The fur flies in Fantastic Mr. Fox.
And then, when the titular poultry-thief-turned-newspaper-columnist stands quiet and still in the face of adversity, his fur just gently ruffles.
In Wes Anderson's captivating stop-motion animation take on the Roald Dahl children's book, the texture of the fur, the glow on the faces from a dusky light, the cut of the suits (of course these creatures wear clothes!) - they're simply mesmerizing.
Witty and wonderful, Fantastic Mr. Fox is the perfect Thanksgiving entertainment: There are enormous feasts and a break for sports (whack bat, a zigzag amalgam of cricket, baseball, and rounders), kids throwing tantrums, and grateful toasts to the good things in life: friends, family, food, fun.
Unmistakably the work of the exacting, eccentric mind behind Rushmore, The Royal Tenenbaums, and The Darjeeling Limited, Anderson's Fantastic Mr. Fox is a joy from beginning to end. Opening with a shot of Mr. Fox on a hill beneath a great tree, listening to "The Ballad of Davy Crockett" on his Walk Sonic (the Walkman of the fox world) as he waits for his lovely wife to appear, the film ranges over a wide swath of English farmland and country villages. Its hero is voiced by George Clooney - a fitting choice, because, like the star's Danny Ocean, "Foxy" is a bit of a bounder, a restless soul that needs a caper, a heist, to let him know he's alive. It's in his blood.
In fact, the voice work is universally stellar: Meryl Streep as Mrs. Fox, a patient (to a point) and perceptive spouse who speaks her mind and paints striking, though troubling, landscapes; Jason Schwartzman as Ash, the Foxes' sulky son; Eric Anderson (Wes' brother) as the visiting cousin, Kristofferson, whose athleticism and good looks pose a threat to Ash. And Bill Murray, as Badger, a financial adviser, getting into a "cussin' " match with Fox over the viability of a piece of real estate.
Fantastic Mr. Fox presents a sublime example of what can be done with this painstaking, old-school form of animation (the same technique that brought the original King Kong to life, and that keeps the British duo Wallace and Gromit going). The beautiful anthropomorphic animal puppets - and a trio of menacing human puppets, too (Fox's arch-enemies, the farmers Boggis, Bunce, and Bean) - inhabit a whimsical diorama of old-fashioned cars, motorbikes, and domestic accoutrements. The film has a three-dimensional quality, a sense of movement and depth, that's at once wholly artificial and wholly inviting.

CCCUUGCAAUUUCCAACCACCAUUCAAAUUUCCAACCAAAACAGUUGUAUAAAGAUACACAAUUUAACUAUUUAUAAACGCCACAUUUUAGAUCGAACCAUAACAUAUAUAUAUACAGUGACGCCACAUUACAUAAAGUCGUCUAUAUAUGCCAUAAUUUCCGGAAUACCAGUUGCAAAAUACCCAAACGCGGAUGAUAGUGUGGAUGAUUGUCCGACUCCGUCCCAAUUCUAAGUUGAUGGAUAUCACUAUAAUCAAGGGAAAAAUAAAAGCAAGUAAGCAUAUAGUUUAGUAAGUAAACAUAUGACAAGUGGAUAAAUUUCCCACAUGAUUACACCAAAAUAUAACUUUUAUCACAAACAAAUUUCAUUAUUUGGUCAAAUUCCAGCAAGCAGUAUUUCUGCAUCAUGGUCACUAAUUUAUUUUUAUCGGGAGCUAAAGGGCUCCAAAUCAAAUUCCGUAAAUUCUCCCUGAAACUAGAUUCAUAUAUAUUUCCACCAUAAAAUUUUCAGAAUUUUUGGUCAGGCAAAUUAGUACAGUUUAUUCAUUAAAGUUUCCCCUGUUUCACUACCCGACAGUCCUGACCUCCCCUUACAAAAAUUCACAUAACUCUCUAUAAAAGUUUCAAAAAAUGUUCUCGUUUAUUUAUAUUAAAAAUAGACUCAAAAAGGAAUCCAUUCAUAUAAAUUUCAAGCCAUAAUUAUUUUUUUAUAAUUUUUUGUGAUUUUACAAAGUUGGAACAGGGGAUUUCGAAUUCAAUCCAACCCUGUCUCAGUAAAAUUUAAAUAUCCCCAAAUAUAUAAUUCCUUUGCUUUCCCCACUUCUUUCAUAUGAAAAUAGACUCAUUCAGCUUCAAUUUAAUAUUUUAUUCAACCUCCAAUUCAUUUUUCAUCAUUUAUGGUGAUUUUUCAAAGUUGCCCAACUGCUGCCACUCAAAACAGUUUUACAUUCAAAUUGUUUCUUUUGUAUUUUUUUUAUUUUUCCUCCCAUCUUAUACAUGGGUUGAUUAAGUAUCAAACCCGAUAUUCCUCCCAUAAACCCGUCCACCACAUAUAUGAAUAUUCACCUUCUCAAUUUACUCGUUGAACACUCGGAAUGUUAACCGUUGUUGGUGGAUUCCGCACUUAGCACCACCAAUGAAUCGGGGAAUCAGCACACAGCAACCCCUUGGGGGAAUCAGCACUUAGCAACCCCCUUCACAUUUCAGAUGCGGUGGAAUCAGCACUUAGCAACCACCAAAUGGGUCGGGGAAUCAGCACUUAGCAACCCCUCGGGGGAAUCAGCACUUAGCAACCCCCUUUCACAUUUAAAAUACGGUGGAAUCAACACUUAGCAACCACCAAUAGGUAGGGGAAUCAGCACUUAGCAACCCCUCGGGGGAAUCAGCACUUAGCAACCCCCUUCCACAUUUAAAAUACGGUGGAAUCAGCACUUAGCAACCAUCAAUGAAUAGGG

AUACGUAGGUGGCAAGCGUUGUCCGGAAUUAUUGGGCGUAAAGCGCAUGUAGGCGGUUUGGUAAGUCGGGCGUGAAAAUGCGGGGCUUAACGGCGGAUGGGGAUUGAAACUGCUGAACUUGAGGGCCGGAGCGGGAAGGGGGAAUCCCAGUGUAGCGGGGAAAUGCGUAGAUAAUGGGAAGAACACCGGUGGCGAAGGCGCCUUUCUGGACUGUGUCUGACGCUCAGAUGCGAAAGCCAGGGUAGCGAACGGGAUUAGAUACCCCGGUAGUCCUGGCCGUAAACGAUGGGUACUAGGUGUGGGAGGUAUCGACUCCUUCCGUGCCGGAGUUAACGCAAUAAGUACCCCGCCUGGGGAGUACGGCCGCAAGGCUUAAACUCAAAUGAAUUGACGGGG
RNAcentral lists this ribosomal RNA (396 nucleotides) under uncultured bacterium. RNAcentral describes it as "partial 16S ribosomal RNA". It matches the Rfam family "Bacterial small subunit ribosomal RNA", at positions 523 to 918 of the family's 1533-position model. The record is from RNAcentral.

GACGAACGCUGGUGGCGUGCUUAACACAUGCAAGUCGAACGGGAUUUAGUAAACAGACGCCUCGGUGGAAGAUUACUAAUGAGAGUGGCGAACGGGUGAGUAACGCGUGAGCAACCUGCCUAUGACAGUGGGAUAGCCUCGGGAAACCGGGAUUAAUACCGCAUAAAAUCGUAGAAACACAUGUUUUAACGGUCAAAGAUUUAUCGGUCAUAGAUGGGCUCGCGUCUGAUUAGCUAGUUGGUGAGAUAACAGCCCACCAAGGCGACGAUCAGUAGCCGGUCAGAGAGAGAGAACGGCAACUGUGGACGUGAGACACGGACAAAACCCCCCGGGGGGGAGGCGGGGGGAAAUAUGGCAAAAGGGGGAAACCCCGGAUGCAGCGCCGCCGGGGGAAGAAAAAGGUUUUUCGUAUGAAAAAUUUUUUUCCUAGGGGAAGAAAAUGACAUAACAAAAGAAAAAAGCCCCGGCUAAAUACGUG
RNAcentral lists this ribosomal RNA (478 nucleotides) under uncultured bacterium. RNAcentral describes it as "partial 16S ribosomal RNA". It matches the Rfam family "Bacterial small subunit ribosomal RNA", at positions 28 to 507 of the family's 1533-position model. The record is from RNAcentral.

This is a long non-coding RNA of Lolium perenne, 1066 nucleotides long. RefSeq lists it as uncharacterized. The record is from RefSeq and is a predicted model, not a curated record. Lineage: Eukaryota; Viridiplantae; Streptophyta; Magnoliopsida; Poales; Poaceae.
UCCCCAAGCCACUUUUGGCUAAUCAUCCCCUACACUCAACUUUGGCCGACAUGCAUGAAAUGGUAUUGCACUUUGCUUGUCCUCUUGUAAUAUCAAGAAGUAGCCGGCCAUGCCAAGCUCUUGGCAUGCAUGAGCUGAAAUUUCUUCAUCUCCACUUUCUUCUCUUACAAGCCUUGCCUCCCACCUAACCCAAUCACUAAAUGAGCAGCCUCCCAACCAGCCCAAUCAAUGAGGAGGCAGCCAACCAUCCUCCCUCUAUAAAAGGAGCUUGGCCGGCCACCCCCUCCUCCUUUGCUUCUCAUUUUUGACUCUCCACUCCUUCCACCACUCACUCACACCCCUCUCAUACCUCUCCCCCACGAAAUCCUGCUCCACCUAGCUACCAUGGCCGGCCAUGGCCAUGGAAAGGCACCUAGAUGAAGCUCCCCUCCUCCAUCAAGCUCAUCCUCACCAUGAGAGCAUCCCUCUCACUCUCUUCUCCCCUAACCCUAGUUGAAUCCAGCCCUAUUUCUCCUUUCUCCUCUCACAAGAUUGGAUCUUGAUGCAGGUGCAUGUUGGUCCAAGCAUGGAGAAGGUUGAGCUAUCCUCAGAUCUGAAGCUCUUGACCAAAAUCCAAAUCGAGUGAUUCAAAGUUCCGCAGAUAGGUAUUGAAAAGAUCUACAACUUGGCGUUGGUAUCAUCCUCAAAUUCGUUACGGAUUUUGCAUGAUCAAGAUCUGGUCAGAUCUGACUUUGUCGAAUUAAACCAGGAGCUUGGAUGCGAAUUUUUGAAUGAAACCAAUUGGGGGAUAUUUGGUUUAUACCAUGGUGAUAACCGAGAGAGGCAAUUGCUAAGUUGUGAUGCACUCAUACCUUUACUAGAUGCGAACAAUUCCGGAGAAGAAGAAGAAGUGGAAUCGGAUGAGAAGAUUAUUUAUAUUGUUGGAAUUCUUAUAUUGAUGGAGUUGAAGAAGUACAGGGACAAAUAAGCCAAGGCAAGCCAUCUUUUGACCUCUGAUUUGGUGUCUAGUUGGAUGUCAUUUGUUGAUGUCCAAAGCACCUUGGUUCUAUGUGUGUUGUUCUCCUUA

But Fantastic Mr. Fox is more than just a terrific kid flick, a whimsical fable brought to life. Fox wrestles with existential dilemmas. "Who am I?" he mulls. And why is he here? Fox is struggling to reconcile his wild animal nature, his innate restlessness, with the refined pleasures of life - the companionship of loved ones, the coziness of a warm home, the satisfaction to be gleaned from a book or a song (Burl Ives, anyone?).
And speaking of satisfaction and song, Anderson spins the Rolling Stones' "Street Fighting Man" at the perfect, and perfectly unexpected, moment. Mixing vintage tunes by the cider-throated Ives with the Beach Boys, Jarvis Cocker, the jazz of Art Tatum, and Alexandre Desplat's stately orchestral passages, the soundtrack of Fantastic Mr. Fox is itself a quirky little gem.
In its swift, sublime 87 minutes, Anderson and his cowriter, Noah Baumbach (Margot at the Wedding), have taken the gist of Dahl's slim volume and expanded it into a sometimes funny, occasionally scary, always enchanting adventure that really, when you come down to it, is about the challenges all of us face in life.
We might not have to extricate ourselves from an animal trap, or lace a blueberry with sleeping powder to deal with a menacing hound dog, but there's still plenty to relate to here. Fantastic Mr. Fox is beyond fantastic - it's the best animated film of the year, and maybe the best cussin' film, period.